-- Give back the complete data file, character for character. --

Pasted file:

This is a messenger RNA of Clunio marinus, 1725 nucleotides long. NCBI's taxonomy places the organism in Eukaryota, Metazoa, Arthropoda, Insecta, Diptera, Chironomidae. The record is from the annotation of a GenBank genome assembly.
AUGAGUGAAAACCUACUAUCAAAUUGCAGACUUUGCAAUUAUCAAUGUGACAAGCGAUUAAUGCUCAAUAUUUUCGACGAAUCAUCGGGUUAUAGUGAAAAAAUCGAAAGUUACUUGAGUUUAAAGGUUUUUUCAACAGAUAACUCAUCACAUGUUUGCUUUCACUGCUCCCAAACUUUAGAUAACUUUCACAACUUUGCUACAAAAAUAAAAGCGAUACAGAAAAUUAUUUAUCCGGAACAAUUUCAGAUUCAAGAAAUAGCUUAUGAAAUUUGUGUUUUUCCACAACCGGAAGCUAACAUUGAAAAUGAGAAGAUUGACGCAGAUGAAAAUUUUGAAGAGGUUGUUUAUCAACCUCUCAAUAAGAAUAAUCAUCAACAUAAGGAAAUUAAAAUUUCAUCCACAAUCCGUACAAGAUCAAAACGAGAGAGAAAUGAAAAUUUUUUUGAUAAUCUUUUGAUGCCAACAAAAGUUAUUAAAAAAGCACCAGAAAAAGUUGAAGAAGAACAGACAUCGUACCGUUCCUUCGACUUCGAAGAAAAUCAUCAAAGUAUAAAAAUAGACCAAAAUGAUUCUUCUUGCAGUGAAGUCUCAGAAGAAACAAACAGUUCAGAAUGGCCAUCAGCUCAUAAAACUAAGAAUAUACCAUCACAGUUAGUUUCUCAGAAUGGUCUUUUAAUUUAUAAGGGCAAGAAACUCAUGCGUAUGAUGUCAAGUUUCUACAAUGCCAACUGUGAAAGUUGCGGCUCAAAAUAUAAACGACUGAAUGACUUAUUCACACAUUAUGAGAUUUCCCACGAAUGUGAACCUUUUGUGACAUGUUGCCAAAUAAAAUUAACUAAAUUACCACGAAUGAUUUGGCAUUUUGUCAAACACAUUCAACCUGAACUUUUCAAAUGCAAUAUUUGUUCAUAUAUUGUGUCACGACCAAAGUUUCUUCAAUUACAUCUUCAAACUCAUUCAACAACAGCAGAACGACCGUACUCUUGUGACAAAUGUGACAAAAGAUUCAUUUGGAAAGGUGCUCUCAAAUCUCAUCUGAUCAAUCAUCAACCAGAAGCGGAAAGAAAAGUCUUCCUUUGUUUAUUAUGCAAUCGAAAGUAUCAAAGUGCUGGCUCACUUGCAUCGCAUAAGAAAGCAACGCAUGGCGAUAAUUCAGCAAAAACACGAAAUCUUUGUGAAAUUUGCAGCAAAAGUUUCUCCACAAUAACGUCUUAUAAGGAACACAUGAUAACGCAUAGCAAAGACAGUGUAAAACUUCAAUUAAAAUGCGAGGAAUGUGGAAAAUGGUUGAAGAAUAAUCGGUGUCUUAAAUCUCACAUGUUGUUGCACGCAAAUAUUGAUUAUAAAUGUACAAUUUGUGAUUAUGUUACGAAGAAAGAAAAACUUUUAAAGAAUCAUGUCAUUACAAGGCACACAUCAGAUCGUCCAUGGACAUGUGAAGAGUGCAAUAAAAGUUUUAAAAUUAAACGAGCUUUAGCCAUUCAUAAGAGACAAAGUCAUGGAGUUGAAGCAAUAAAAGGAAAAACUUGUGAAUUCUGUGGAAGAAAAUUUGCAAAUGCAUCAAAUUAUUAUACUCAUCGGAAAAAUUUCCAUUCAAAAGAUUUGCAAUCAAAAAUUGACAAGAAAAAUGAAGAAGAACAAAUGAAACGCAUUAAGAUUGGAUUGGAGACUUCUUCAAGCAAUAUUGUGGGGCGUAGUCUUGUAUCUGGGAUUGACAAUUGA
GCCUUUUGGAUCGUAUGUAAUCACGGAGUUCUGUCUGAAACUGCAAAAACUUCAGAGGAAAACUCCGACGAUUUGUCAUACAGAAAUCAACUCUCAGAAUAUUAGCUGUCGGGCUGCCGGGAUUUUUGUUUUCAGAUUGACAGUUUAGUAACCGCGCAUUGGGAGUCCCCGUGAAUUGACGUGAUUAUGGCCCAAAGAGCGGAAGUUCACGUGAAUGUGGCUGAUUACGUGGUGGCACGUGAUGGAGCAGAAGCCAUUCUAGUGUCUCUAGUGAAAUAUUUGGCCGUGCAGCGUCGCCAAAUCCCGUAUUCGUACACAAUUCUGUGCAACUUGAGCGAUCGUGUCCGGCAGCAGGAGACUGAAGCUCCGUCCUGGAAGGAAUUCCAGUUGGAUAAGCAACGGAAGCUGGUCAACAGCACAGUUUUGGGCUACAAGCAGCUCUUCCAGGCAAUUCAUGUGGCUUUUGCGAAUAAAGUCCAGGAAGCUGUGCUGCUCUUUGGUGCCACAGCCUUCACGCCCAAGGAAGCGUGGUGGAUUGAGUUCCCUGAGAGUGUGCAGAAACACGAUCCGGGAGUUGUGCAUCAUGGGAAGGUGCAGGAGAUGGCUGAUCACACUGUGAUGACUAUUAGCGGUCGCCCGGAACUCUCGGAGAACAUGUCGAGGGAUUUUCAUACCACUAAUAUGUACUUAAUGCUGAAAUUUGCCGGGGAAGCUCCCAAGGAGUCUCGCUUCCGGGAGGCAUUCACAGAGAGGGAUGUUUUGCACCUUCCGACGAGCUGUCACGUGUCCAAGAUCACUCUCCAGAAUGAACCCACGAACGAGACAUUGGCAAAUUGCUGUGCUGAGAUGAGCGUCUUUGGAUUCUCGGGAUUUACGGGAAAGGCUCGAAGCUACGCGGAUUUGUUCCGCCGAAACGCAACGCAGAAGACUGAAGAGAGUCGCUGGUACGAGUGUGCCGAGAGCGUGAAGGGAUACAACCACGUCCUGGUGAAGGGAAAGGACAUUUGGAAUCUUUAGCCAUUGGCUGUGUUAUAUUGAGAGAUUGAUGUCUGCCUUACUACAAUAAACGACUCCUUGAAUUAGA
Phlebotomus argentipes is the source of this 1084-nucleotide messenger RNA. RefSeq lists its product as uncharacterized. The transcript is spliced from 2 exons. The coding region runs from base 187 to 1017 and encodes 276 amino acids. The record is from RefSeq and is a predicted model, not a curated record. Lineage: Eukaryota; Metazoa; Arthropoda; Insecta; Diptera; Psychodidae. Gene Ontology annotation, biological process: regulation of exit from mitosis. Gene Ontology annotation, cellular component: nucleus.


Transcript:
This is a messenger RNA of Clunio marinus, 1725 nucleotides long. NCBI's taxonomy places the organism in Eukaryota, Metazoa, Arthropoda, Insecta, Diptera, Chironomidae. The record is from the annotation of a GenBank genome assembly.
AUGAGUGAAAACCUACUAUCAAAUUGCAGACUUUGCAAUUAUCAAUGUGACAAGCGAUUAAUGCUCAAUAUUUUCGACGAAUCAUCGGGUUAUAGUGAAAAAAUCGAAAGUUACUUGAGUUUAAAGGUUUUUUCAACAGAUAACUCAUCACAUGUUUGCUUUCACUGCUCCCAAACUUUAGAUAACUUUCACAACUUUGCUACAAAAAUAAAAGCGAUACAGAAAAUUAUUUAUCCGGAACAAUUUCAGAUUCAAGAAAUAGCUUAUGAAAUUUGUGUUUUUCCACAACCGGAAGCUAACAUUGAAAAUGAGAAGAUUGACGCAGAUGAAAAUUUUGAAGAGGUUGUUUAUCAACCUCUCAAUAAGAAUAAUCAUCAACAUAAGGAAAUUAAAAUUUCAUCCACAAUCCGUACAAGAUCAAAACGAGAGAGAAAUGAAAAUUUUUUUGAUAAUCUUUUGAUGCCAACAAAAGUUAUUAAAAAAGCACCAGAAAAAGUUGAAGAAGAACAGACAUCGUACCGUUCCUUCGACUUCGAAGAAAAUCAUCAAAGUAUAAAAAUAGACCAAAAUGAUUCUUCUUGCAGUGAAGUCUCAGAAGAAACAAACAGUUCAGAAUGGCCAUCAGCUCAUAAAACUAAGAAUAUACCAUCACAGUUAGUUUCUCAGAAUGGUCUUUUAAUUUAUAAGGGCAAGAAACUCAUGCGUAUGAUGUCAAGUUUCUACAAUGCCAACUGUGAAAGUUGCGGCUCAAAAUAUAAACGACUGAAUGACUUAUUCACACAUUAUGAGAUUUCCCACGAAUGUGAACCUUUUGUGACAUGUUGCCAAAUAAAAUUAACUAAAUUACCACGAAUGAUUUGGCAUUUUGUCAAACACAUUCAACCUGAACUUUUCAAAUGCAAUAUUUGUUCAUAUAUUGUGUCACGACCAAAGUUUCUUCAAUUACAUCUUCAAACUCAUUCAACAACAGCAGAACGACCGUACUCUUGUGACAAAUGUGACAAAAGAUUCAUUUGGAAAGGUGCUCUCAAAUCUCAUCUGAUCAAUCAUCAACCAGAAGCGGAAAGAAAAGUCUUCCUUUGUUUAUUAUGCAAUCGAAAGUAUCAAAGUGCUGGCUCACUUGCAUCGCAUAAGAAAGCAACGCAUGGCGAUAAUUCAGCAAAAACACGAAAUCUUUGUGAAAUUUGCAGCAAAAGUUUCUCCACAAUAACGUCUUAUAAGGAACACAUGAUAACGCAUAGCAAAGACAGUGUAAAACUUCAAUUAAAAUGCGAGGAAUGUGGAAAAUGGUUGAAGAAUAAUCGGUGUCUUAAAUCUCACAUGUUGUUGCACGCAAAUAUUGAUUAUAAAUGUACAAUUUGUGAUUAUGUUACGAAGAAAGAAAAACUUUUAAAGAAUCAUGUCAUUACAAGGCACACAUCAGAUCGUCCAUGGACAUGUGAAGAGUGCAAUAAAAGUUUUAAAAUUAAACGAGCUUUAGCCAUUCAUAAGAGACAAAGUCAUGGAGUUGAAGCAAUAAAAGGAAAAACUUGUGAAUUCUGUGGAAGAAAAUUUGCAAAUGCAUCAAAUUAUUAUACUCAUCGGAAAAAUUUCCAUUCAAAAGAUUUGCAAUCAAAAAUUGACAAGAAAAAUGAAGAAGAACAAAUGAAACGCAUUAAGAUUGGAUUGGAGACUUCUUCAAGCAAUAUUGUGGGGCGUAGUCUUGUAUCUGGGAUUGACAAUUGA
GCCUUUUGGAUCGUAUGUAAUCACGGAGUUCUGUCUGAAACUGCAAAAACUUCAGAGGAAAACUCCGACGAUUUGUCAUACAGAAAUCAACUCUCAGAAUAUUAGCUGUCGGGCUGCCGGGAUUUUUGUUUUCAGAUUGACAGUUUAGUAACCGCGCAUUGGGAGUCCCCGUGAAUUGACGUGAUUAUGGCCCAAAGAGCGGAAGUUCACGUGAAUGUGGCUGAUUACGUGGUGGCACGUGAUGGAGCAGAAGCCAUUCUAGUGUCUCUAGUGAAAUAUUUGGCCGUGCAGCGUCGCCAAAUCCCGUAUUCGUACACAAUUCUGUGCAACUUGAGCGAUCGUGUCCGGCAGCAGGAGACUGAAGCUCCGUCCUGGAAGGAAUUCCAGUUGGAUAAGCAACGGAAGCUGGUCAACAGCACAGUUUUGGGCUACAAGCAGCUCUUCCAGGCAAUUCAUGUGGCUUUUGCGAAUAAAGUCCAGGAAGCUGUGCUGCUCUUUGGUGCCACAGCCUUCACGCCCAAGGAAGCGUGGUGGAUUGAGUUCCCUGAGAGUGUGCAGAAACACGAUCCGGGAGUUGUGCAUCAUGGGAAGGUGCAGGAGAUGGCUGAUCACACUGUGAUGACUAUUAGCGGUCGCCCGGAACUCUCGGAGAACAUGUCGAGGGAUUUUCAUACCACUAAUAUGUACUUAAUGCUGAAAUUUGCCGGGGAAGCUCCCAAGGAGUCUCGCUUCCGGGAGGCAUUCACAGAGAGGGAUGUUUUGCACCUUCCGACGAGCUGUCACGUGUCCAAGAUCACUCUCCAGAAUGAACCCACGAACGAGACAUUGGCAAAUUGCUGUGCUGAGAUGAGCGUCUUUGGAUUCUCGGGAUUUACGGGAAAGGCUCGAAGCUACGCGGAUUUGUUCCGCCGAAACGCAACGCAGAAGACUGAAGAGAGUCGCUGGUACGAGUGUGCCGAGAGCGUGAAGGGAUACAACCACGUCCUGGUGAAGGGAAAGGACAUUUGGAAUCUUUAGCCAUUGGCUGUGUUAUAUUGAGAGAUUGAUGUCUGCCUUACUACAAUAAACGACUCCUUGAAUUAGA
Phlebotomus argentipes is the source of this 1084-nucleotide messenger RNA. RefSeq lists its product as uncharacterized. The transcript is spliced from 2 exons. The coding region runs from base 187 to 1017 and encodes 276 amino acids. The record is from RefSeq and is a predicted model, not a curated record. Lineage: Eukaryota; Metazoa; Arthropoda; Insecta; Diptera; Psychodidae. Gene Ontology annotation, biological process: regulation of exit from mitosis. Gene Ontology annotation, cellular component: nucleus.